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Law Society

June 2014

The Law Society has fanned the flames of controversy after announcing it will run formal training courses in Islamic sharia law.

The course, which will be open to all high-street lawyers across the UK, and is likely to take the form of a one-day summer training event, is to be the forerunner to a series of seminars on sharia law.

A strict interpretation of sharia law, which is the religious regulation by which Islam judges its own people and those outside their religion, has already been condemned by groups such as Amnesty International for its treatment of those it finds guilty, often on spurious grounds.

Within the UK, the law seeks to provide a means for Muslims living in the UK to conduct business and run their estate and trusts.

However, many campaigners have fought against sharia law becoming mainstream, in order to prevent people in the UK from enduring the sort of harsh penalties imposed on so-called lawbreakers in other countries under sharia law.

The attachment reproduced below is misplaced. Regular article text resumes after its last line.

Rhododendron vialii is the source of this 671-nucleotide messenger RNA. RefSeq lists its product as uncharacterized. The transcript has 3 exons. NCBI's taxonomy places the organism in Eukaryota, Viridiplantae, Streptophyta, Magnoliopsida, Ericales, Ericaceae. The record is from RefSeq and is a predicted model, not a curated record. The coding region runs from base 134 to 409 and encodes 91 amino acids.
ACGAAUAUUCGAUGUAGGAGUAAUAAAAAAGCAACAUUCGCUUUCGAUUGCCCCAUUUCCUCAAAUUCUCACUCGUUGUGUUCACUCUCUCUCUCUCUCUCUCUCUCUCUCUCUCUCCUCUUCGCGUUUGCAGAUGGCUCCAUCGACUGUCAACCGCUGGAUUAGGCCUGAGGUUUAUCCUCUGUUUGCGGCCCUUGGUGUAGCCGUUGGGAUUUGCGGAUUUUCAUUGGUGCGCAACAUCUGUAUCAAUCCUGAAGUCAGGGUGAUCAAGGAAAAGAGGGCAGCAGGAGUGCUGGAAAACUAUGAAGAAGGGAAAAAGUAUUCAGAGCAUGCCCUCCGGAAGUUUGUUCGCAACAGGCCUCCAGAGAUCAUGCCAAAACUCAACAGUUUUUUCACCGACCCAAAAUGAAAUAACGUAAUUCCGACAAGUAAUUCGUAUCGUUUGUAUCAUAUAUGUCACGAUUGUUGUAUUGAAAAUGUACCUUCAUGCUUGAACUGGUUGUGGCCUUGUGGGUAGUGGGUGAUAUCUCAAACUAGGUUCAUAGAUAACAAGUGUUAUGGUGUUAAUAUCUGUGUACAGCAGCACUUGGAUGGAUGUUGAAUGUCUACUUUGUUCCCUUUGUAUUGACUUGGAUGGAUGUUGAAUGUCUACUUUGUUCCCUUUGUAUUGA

Quasi-courts

It has already been documented that quasi-courts based on sharia law have been set up in some mosques in Britain, and many young girls have been forced into marriages because of it, despite the UK national law prohibiting child marriage.

The Law Society stirred up controversy, after it published a series of practice notes for solicitors with regard to sharia-based estate and trusts. Last month’s ET showed how this action created a storm in parliament, with senior officials having to state that sharia law was not being given equal prominence and precedence in the UK judiciary system.

Andrea Williams, director of Christian Concern, said, ‘It is ironic that the Law Society prohibited Christian Concern from holding a colloquium on marriage on its premises, on the basis that it was contrary to its diversity policy, and yet it is promoting sharia law. 

‘It’s a reality that sharia courts have been in existence in towns and cities across UK, with the result that many Muslim women living in Britain are unable to get proper access to justice.

‘The freedom and fairness found under English law is being usurped by the very regulatory body that should be upholding the highest standards of legal training for the country’s lawyers, to ensure that vulnerable people — in this case women and girls — are not actively discriminated against by the courts of the land’.

 

 

 

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